Miami trip and thesis defense

November is one of my favorite months.

The first week of November, one week before my thesis defense seminar, I went with my lab mate Josh back down to Miami to revisit my field site. It was great to see the lizards there again and gave me good opportunities to take pictures while Josh is catching anoles for his experiment.

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Puerto Rican crested anole female

We had a successful trip and was even able to squeeze a quick visit to the Everglades National Park the day after.

On the 8th November, I defended my thesis!

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I had a great time and I really appreciate everyone who came out to support!

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Anolis Symposium 2018

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Phil, Jenna, I, and Josh representing the Warner Lab at the Anolis Symposium (PC: Jessica Pita)

We just got back from hot and tropical Miami this week with heaps of lizards! Last week three current and a former graduate student attended the 2018 Anolis Symposium at Fairchild Tropical Botanical Gardens. Hats off to the organizers, James Stroud and Anthony Geneva. Phil presented a poster on his recently published paper in Proceedings B about the benefit of early hatching. Jenna made a full debut in the lizard world with a side project testing potential effects of egg aggregation using brown anole eggs. Josh gave the final presentation summing up what we know about reproductive phenology in anoles and I gave a presentation on anole nest microenvironment differences between urban and forested sites.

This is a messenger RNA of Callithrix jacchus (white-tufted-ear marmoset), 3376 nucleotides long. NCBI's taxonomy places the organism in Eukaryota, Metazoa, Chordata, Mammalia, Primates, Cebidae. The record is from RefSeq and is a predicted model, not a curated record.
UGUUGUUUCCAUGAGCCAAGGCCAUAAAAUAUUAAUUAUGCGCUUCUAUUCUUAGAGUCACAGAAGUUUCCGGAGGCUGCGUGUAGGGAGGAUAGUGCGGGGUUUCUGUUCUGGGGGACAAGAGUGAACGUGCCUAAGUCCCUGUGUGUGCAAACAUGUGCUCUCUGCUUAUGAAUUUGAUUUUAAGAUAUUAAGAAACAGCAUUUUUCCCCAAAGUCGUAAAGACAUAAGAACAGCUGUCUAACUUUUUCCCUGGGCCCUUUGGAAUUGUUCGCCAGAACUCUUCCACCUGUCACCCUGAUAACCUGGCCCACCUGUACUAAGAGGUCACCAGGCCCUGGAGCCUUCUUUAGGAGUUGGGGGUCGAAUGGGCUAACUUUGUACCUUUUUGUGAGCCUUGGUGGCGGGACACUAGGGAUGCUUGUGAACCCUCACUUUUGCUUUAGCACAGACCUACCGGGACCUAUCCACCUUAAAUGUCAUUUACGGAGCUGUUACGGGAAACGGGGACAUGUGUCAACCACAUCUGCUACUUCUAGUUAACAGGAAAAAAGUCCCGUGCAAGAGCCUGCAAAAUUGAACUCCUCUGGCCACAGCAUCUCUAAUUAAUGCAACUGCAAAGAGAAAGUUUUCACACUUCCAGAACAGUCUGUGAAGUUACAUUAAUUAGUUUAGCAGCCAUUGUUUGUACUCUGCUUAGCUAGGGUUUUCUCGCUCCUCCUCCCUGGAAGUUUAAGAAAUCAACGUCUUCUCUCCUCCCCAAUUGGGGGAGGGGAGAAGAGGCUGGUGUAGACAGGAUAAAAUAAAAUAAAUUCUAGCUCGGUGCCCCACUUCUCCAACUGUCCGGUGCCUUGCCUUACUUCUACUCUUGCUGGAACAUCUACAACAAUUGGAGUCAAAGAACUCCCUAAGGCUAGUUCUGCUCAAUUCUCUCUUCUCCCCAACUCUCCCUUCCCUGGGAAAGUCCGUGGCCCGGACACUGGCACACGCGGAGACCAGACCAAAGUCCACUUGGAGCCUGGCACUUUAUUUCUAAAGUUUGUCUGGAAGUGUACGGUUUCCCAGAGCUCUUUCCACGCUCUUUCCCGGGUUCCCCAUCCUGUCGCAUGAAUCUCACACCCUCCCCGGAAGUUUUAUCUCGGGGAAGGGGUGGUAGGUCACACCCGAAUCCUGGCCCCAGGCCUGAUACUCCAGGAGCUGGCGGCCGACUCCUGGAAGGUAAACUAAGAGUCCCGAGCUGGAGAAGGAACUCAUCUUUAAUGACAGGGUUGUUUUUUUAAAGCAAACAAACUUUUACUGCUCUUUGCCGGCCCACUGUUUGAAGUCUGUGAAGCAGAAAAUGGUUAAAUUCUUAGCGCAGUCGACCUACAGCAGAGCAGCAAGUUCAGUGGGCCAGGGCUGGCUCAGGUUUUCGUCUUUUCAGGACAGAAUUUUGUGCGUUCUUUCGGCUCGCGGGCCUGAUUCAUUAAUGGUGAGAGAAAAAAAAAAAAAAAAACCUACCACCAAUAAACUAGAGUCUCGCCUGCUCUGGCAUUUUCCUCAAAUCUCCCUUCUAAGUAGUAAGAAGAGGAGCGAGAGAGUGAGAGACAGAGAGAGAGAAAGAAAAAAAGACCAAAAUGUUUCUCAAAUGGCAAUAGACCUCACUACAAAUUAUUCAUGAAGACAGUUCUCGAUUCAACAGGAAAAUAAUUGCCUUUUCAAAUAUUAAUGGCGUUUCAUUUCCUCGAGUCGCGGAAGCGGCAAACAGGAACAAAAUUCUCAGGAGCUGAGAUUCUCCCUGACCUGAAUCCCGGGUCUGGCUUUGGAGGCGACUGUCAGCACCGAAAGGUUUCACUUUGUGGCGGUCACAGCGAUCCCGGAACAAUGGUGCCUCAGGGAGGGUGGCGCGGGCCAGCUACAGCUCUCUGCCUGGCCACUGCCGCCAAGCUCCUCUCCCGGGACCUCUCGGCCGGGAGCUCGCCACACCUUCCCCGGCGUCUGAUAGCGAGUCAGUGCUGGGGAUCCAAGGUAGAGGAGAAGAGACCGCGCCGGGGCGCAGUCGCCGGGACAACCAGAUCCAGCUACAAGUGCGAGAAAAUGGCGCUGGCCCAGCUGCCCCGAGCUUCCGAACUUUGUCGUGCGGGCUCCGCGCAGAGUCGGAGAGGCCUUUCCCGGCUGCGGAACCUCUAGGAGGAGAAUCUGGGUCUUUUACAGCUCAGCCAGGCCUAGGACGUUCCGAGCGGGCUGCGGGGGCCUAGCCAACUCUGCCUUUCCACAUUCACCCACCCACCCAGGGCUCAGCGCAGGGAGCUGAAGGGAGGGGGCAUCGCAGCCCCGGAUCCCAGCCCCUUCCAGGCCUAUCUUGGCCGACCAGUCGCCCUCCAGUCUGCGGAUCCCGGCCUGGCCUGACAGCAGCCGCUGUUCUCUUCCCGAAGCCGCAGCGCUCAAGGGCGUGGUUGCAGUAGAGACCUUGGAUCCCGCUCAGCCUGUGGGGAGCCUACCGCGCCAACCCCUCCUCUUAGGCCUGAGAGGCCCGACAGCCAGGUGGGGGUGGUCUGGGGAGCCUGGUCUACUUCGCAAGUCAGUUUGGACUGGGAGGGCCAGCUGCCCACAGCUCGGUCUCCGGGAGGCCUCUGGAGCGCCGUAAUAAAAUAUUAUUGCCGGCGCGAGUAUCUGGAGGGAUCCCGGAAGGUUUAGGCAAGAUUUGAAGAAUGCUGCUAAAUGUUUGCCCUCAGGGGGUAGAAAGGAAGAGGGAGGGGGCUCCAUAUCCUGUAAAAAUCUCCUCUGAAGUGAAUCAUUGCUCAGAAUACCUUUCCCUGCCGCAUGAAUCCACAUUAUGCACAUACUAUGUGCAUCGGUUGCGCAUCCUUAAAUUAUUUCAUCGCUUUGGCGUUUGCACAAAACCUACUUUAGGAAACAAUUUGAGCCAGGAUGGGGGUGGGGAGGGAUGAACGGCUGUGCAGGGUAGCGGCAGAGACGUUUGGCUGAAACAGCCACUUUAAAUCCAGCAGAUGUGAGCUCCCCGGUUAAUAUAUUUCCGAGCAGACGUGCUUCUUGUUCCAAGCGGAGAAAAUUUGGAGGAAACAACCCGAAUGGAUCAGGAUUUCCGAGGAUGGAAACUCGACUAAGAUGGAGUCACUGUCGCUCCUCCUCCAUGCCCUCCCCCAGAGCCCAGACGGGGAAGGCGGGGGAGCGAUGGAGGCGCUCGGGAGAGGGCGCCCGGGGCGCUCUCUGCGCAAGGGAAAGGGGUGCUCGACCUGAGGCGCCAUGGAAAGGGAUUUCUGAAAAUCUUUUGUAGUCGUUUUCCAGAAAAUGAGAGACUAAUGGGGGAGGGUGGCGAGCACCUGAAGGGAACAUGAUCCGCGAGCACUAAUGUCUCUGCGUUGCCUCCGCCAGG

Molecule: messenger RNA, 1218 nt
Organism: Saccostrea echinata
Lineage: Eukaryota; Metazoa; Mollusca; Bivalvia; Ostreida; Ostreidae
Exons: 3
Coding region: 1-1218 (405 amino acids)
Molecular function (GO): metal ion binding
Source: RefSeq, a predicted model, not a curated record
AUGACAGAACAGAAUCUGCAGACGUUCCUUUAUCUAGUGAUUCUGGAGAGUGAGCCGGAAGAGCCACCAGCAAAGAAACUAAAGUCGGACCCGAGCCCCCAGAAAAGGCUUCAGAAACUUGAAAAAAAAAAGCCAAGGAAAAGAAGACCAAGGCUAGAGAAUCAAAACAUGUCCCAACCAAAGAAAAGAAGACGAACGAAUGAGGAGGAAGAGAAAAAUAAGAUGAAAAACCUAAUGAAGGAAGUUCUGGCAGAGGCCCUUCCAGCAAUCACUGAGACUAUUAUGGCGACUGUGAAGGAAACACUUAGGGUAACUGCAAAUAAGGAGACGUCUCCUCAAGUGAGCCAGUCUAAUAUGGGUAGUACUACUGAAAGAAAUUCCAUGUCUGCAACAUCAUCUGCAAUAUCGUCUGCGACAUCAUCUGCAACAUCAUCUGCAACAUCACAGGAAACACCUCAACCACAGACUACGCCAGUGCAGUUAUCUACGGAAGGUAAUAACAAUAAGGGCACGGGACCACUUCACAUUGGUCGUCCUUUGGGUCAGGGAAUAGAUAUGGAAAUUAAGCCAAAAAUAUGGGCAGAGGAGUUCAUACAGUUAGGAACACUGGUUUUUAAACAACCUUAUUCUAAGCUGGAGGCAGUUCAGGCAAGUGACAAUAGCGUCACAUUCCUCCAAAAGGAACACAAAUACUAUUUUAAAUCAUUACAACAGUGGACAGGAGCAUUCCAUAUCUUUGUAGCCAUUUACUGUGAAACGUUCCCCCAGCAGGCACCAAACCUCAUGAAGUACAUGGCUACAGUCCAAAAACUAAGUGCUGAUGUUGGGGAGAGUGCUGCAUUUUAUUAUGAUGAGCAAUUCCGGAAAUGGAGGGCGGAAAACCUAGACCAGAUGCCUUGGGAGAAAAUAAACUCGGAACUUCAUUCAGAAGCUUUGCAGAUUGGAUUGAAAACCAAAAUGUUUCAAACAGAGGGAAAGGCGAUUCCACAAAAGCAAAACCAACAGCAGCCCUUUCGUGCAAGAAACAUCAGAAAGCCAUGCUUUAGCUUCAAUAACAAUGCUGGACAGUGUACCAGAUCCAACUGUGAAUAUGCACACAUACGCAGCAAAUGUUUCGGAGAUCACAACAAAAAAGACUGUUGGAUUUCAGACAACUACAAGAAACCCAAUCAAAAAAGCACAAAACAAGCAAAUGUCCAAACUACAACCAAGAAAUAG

After the symposium, we collected a bunch of lizards for a couple projects this summer. Stay tuned for updates! I met a lot of awesome scientists there and was very thankful to have the chance to talk to Sean Doody about eggs, Stu Nielsen about all sorts of herps, Colin Donihue about hurricanes, and many more!

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Female brown anole in suburban area
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Agama piticauda (Photo by Hannah G)
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Male brown anole flashing dewlap (PC: Hannah G)
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Very happy to retrieve an iButton buried 6 months ago!

Miami 1: First wet week

The first week of setting up the experiment was very productive thanks to Dan, Josh, Nathaniel, and James. We set up our study sites (8 plots) and placed the lizard cages we built in a secure space. We will be working in Matheson Hammock and along Red Road (in Pinecrest and Coral Gables neighborhood). We are also very fortunate that Fairchild Tropical Botanical Gardens agreed to host us.

Other than that, we spent a lot of time herping and being fascinated by the biodiversity down here! However, it has also been raining a lot and there has only been one day that we returned to the apartment with our feet dry.

I had expectations about this city but the more time I spend here, the more I see how unique it is. One thing is for sure, there are not many cities that harbor as many non-native species of plants and animals.

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Sphaerodactylus notatus

 

-HDTH